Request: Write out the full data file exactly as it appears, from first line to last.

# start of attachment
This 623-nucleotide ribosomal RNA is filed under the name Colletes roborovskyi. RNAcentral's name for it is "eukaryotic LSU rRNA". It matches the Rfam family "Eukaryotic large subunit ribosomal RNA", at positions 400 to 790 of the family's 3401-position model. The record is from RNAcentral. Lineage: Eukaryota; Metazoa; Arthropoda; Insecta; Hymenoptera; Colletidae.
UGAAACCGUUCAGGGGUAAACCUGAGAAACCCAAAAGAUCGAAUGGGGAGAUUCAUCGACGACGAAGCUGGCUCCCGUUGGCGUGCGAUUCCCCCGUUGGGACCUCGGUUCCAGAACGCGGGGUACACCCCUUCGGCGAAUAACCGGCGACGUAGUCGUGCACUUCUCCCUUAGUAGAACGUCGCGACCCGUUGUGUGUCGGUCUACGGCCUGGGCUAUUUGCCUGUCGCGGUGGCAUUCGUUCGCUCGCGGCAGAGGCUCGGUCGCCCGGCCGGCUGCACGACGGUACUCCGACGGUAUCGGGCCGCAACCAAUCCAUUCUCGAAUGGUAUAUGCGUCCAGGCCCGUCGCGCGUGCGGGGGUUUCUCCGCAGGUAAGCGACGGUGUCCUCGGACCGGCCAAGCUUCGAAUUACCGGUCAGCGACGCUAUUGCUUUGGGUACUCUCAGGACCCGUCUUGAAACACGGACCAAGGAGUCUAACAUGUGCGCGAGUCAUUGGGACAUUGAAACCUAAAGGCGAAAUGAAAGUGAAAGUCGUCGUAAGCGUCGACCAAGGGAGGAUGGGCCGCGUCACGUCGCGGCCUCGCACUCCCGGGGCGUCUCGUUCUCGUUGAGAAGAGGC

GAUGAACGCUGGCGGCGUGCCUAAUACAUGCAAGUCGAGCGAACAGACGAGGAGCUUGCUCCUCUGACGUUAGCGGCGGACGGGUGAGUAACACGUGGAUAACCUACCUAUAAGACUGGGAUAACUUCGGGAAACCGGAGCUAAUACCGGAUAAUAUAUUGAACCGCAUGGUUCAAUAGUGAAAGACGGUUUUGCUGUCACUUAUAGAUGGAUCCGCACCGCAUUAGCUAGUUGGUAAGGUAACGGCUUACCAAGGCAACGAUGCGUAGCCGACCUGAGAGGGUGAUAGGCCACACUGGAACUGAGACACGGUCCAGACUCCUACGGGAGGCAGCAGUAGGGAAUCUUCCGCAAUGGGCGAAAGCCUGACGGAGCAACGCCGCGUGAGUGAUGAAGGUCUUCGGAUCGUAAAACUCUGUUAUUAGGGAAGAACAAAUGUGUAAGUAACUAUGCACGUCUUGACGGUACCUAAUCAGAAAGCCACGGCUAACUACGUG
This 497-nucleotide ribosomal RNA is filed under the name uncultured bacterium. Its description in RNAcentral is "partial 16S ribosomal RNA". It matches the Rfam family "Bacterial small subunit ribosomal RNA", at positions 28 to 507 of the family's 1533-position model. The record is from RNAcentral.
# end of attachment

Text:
This 623-nucleotide ribosomal RNA is filed under the name Colletes roborovskyi. RNAcentral's name for it is "eukaryotic LSU rRNA". It matches the Rfam family "Eukaryotic large subunit ribosomal RNA", at positions 400 to 790 of the family's 3401-position model. The record is from RNAcentral. Lineage: Eukaryota; Metazoa; Arthropoda; Insecta; Hymenoptera; Colletidae.
UGAAACCGUUCAGGGGUAAACCUGAGAAACCCAAAAGAUCGAAUGGGGAGAUUCAUCGACGACGAAGCUGGCUCCCGUUGGCGUGCGAUUCCCCCGUUGGGACCUCGGUUCCAGAACGCGGGGUACACCCCUUCGGCGAAUAACCGGCGACGUAGUCGUGCACUUCUCCCUUAGUAGAACGUCGCGACCCGUUGUGUGUCGGUCUACGGCCUGGGCUAUUUGCCUGUCGCGGUGGCAUUCGUUCGCUCGCGGCAGAGGCUCGGUCGCCCGGCCGGCUGCACGACGGUACUCCGACGGUAUCGGGCCGCAACCAAUCCAUUCUCGAAUGGUAUAUGCGUCCAGGCCCGUCGCGCGUGCGGGGGUUUCUCCGCAGGUAAGCGACGGUGUCCUCGGACCGGCCAAGCUUCGAAUUACCGGUCAGCGACGCUAUUGCUUUGGGUACUCUCAGGACCCGUCUUGAAACACGGACCAAGGAGUCUAACAUGUGCGCGAGUCAUUGGGACAUUGAAACCUAAAGGCGAAAUGAAAGUGAAAGUCGUCGUAAGCGUCGACCAAGGGAGGAUGGGCCGCGUCACGUCGCGGCCUCGCACUCCCGGGGCGUCUCGUUCUCGUUGAGAAGAGGC

GAUGAACGCUGGCGGCGUGCCUAAUACAUGCAAGUCGAGCGAACAGACGAGGAGCUUGCUCCUCUGACGUUAGCGGCGGACGGGUGAGUAACACGUGGAUAACCUACCUAUAAGACUGGGAUAACUUCGGGAAACCGGAGCUAAUACCGGAUAAUAUAUUGAACCGCAUGGUUCAAUAGUGAAAGACGGUUUUGCUGUCACUUAUAGAUGGAUCCGCACCGCAUUAGCUAGUUGGUAAGGUAACGGCUUACCAAGGCAACGAUGCGUAGCCGACCUGAGAGGGUGAUAGGCCACACUGGAACUGAGACACGGUCCAGACUCCUACGGGAGGCAGCAGUAGGGAAUCUUCCGCAAUGGGCGAAAGCCUGACGGAGCAACGCCGCGUGAGUGAUGAAGGUCUUCGGAUCGUAAAACUCUGUUAUUAGGGAAGAACAAAUGUGUAAGUAACUAUGCACGUCUUGACGGUACCUAAUCAGAAAGCCACGGCUAACUACGUG
This 497-nucleotide ribosomal RNA is filed under the name uncultured bacterium. Its description in RNAcentral is "partial 16S ribosomal RNA". It matches the Rfam family "Bacterial small subunit ribosomal RNA", at positions 28 to 507 of the family's 1533-position model. The record is from RNAcentral.